Neste pioneered the production of naphtha from renewable feedstock, and the Houston refinery is a short distance by sea from the Harvey storage and logistics hub in Louisiana.
LyondellBasell could modify its refinery’s hydrocracker to handle renewable feedstock. If needs be, LyonellBasell could upgrade the feedstock at its refinery’s hydrotreaters.
In fact, the Houston refinery has a lot of hydroprocessing capacity, which would give it the ability to treat a lot of material, said Mike Connolly, ICIS principal analyst for refining.
The renewable naphtha produced in Houston can be shipped via existing pipelines to LyondellBasell’s nearby cracking operations in Channelview. Channelview is a natural destination for the refinery’s naphtha because the complex lacks a catalytic reformer.
The olefins produced from the renewable naphtha can be polymerised and marketed under LyondellBasell’s existing CirculenRenew brand.
LyondellBasell already processes renewable naphtha at its cracker in Wesselling, Germany. The feedstock comes from Neste under a long-term commercial agreement.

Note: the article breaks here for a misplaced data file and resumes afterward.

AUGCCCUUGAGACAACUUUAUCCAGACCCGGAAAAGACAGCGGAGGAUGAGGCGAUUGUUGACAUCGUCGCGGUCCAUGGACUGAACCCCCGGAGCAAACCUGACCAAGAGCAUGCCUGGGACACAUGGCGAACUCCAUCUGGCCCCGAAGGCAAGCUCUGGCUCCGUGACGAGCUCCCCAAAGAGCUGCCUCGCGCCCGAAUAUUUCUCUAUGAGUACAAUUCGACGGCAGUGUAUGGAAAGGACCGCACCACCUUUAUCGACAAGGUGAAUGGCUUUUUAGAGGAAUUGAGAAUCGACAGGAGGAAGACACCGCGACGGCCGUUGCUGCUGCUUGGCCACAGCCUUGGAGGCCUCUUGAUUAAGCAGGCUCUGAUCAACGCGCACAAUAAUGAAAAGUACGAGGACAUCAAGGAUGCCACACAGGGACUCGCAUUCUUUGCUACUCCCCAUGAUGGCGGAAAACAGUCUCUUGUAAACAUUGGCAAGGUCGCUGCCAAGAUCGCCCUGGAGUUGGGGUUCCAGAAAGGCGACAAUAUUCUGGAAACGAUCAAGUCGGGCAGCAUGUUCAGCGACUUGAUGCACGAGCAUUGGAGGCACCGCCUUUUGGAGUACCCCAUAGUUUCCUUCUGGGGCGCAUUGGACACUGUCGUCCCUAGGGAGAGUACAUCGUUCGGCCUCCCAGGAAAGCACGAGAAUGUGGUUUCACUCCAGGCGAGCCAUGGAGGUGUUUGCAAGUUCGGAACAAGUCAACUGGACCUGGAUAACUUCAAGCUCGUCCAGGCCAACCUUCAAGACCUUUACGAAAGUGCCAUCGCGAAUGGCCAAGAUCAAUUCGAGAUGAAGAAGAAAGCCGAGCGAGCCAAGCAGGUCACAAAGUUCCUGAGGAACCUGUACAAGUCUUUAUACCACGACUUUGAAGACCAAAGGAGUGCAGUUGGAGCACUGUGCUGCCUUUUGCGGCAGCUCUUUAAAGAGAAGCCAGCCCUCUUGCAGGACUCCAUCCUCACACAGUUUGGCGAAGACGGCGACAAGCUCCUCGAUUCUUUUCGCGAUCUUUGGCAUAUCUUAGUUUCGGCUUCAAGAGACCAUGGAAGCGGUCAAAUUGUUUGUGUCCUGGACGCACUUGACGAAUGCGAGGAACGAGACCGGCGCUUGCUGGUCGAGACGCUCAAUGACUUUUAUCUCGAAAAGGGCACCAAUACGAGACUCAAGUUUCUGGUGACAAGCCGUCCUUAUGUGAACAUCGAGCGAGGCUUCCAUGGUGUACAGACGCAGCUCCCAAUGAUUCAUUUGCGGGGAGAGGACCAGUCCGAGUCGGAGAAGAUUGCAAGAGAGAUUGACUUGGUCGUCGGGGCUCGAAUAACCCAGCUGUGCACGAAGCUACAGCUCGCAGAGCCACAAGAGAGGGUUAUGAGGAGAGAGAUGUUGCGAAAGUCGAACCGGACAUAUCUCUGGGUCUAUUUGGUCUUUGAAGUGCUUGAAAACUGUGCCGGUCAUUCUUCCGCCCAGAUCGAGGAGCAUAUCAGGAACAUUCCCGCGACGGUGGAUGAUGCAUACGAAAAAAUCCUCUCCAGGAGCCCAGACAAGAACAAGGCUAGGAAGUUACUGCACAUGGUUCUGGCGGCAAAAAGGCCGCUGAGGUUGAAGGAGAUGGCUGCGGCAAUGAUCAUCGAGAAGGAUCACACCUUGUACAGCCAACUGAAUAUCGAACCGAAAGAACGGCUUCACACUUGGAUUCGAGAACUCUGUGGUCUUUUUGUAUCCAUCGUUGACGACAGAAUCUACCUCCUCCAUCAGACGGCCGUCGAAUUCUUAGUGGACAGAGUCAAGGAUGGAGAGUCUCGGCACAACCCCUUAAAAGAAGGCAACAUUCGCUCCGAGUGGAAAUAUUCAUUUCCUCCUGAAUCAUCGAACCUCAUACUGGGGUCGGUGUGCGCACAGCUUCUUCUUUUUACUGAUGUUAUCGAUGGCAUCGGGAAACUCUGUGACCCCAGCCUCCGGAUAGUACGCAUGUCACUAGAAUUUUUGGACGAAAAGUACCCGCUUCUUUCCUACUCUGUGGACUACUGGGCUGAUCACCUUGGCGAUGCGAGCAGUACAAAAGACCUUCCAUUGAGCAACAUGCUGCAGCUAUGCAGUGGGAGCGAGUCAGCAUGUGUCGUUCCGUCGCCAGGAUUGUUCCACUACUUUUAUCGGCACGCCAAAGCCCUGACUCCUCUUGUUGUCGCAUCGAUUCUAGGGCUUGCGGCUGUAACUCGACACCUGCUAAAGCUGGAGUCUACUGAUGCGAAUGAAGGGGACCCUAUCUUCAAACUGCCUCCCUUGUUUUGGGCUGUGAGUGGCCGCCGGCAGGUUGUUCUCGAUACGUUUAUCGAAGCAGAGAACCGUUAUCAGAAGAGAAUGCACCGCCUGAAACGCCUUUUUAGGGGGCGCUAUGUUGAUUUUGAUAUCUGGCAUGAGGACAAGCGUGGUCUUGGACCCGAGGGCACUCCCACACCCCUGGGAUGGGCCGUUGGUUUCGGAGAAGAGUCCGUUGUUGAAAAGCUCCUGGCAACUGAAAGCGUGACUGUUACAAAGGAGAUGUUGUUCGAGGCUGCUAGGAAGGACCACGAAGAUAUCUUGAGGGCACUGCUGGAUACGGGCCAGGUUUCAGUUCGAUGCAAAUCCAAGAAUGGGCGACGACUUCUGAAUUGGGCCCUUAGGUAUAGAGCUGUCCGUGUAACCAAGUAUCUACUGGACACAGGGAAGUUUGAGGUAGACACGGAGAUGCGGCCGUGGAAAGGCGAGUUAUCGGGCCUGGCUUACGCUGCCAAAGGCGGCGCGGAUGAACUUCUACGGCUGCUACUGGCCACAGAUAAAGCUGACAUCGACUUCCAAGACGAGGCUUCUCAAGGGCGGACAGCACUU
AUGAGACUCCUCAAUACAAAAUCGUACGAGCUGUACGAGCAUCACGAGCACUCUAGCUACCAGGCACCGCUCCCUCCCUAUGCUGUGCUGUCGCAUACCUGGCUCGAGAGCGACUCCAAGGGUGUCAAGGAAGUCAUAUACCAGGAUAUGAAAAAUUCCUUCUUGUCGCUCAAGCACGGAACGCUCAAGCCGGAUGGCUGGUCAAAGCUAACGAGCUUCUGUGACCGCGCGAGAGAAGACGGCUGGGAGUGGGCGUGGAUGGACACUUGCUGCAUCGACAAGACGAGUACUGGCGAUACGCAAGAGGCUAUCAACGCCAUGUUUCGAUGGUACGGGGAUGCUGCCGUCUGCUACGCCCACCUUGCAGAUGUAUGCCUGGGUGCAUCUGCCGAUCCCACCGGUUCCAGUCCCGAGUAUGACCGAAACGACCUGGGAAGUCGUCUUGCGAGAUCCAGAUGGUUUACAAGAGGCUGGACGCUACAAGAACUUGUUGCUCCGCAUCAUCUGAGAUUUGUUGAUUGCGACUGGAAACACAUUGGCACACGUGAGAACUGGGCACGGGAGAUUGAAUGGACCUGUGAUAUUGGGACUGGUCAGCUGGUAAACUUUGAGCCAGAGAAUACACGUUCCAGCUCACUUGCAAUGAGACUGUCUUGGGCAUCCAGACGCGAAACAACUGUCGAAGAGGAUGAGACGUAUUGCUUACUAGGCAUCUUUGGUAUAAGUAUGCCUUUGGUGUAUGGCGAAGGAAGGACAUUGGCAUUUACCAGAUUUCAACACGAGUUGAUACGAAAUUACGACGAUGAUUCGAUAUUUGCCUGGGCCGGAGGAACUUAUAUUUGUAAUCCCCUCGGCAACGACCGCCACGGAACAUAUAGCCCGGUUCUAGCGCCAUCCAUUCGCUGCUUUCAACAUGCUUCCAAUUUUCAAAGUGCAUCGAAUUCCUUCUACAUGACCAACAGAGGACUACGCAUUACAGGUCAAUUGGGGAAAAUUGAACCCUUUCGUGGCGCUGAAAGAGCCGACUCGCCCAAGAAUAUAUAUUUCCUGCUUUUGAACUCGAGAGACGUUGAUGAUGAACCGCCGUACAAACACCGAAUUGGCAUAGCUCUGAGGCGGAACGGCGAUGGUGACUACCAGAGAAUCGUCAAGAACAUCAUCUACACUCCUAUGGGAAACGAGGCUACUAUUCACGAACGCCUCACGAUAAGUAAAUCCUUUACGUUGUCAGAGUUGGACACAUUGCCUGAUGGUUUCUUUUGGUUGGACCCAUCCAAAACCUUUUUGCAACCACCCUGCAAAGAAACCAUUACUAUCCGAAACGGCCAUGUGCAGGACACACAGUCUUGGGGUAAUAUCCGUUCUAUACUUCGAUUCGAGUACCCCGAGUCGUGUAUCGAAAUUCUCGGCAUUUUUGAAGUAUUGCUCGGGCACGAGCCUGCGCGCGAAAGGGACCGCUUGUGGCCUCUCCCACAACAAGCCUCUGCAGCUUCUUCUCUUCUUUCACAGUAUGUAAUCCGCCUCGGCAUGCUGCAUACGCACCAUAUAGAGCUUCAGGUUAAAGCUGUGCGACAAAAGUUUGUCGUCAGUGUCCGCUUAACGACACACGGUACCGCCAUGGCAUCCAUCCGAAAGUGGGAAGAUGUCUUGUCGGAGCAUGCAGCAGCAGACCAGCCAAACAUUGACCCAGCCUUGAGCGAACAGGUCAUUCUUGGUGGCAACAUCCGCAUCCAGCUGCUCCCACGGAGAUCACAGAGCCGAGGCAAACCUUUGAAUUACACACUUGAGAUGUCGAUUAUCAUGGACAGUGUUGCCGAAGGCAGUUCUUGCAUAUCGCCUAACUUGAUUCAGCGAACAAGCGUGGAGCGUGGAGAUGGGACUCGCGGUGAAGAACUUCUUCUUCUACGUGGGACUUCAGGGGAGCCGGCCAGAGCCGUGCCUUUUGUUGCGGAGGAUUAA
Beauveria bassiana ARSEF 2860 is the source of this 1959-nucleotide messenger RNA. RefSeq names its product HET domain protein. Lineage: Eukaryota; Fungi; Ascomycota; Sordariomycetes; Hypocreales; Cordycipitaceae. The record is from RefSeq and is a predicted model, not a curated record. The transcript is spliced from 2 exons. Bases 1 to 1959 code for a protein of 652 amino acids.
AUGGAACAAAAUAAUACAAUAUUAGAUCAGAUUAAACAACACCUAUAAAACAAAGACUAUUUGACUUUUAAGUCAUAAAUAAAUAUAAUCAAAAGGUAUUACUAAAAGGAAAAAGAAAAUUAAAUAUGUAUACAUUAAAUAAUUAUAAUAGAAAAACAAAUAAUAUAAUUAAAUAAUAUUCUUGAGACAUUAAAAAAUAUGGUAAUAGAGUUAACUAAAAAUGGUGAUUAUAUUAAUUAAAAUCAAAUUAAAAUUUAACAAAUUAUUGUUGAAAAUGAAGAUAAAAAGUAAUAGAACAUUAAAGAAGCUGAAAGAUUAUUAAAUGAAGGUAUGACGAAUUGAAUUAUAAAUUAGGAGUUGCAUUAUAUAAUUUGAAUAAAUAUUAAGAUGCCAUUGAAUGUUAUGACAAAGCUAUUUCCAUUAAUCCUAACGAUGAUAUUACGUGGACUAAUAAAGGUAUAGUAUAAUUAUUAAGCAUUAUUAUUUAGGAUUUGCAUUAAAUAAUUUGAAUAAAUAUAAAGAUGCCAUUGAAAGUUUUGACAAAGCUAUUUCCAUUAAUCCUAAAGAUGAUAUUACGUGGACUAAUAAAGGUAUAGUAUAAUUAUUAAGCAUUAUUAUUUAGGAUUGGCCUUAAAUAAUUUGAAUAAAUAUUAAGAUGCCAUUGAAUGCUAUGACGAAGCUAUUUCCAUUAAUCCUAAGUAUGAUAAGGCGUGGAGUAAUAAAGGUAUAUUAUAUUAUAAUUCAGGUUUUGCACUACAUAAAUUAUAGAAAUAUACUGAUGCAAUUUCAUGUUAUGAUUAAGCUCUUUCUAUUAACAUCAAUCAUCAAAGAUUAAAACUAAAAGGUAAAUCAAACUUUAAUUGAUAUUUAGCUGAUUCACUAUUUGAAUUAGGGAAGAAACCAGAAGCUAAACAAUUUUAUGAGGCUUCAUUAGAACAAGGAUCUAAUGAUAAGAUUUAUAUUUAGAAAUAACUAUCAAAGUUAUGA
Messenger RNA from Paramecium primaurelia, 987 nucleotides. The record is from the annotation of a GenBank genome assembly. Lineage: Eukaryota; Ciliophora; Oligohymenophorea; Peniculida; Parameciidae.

Meanwhile, the renewable diesel or sustainable aviation fuel (SAF) produced by the hydrocracker could be sold in the growing markets for these fuels.
For more than a year, LyondellBasell discussed building a chemical recycling plant at the refinery using its MoReTec process technology.
The existing hydrotreaters could upgrade the resulting pyoil produced by the MoReTec plant into a naphtha that LyondellBasell’s Channelview crackers could convert into olefins. LyondellBasell could market the polymers made from these olefins under its existing CirculenRevive brand.
If LyondellBasell pursues this project, it would be the company’s second commercial-scale MoReTec plant. It is considering building the first one in Wesseling. LyondellBasell should make a final investment decision on the Wesseling project by the end of 2023.
BLUE AND GREEN
All of this hydrotreating and hydrocracking would require hydrogen.